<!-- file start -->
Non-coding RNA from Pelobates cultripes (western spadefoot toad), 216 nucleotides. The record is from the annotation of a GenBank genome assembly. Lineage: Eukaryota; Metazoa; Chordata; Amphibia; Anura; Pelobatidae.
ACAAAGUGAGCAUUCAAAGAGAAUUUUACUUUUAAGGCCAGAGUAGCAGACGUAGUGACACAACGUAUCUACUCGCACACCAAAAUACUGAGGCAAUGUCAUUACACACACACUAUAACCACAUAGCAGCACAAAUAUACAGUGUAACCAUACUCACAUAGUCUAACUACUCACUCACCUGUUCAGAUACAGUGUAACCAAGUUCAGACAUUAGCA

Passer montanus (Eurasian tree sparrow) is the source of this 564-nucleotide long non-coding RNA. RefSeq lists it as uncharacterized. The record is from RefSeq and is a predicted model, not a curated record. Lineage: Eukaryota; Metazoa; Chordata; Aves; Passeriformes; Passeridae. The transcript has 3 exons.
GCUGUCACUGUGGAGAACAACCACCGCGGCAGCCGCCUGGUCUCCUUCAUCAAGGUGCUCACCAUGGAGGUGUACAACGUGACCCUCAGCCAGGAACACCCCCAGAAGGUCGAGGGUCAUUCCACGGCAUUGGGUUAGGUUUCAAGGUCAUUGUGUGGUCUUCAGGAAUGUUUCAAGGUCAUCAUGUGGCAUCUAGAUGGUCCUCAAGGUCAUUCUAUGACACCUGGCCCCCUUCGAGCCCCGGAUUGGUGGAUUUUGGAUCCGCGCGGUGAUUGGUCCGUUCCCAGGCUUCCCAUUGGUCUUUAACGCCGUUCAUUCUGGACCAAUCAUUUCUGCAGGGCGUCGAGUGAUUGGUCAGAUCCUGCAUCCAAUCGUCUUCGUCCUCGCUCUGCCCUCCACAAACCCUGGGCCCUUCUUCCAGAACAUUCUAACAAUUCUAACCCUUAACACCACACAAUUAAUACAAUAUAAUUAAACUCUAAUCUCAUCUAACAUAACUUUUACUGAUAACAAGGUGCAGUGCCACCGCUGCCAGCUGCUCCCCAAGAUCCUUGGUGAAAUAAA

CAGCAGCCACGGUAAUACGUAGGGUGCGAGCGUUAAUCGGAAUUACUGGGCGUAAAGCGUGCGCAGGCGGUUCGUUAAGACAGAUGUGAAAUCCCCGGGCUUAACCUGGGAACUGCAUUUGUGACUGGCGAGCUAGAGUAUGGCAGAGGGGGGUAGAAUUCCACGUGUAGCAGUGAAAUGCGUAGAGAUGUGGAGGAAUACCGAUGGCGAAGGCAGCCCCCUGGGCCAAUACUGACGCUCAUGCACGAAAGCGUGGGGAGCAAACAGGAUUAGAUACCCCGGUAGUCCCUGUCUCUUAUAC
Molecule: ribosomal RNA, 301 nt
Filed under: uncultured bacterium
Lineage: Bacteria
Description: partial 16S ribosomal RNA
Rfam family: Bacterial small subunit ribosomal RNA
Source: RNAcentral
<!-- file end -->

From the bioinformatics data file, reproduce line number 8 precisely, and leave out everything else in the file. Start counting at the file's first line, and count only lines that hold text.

Lineage: Bacteria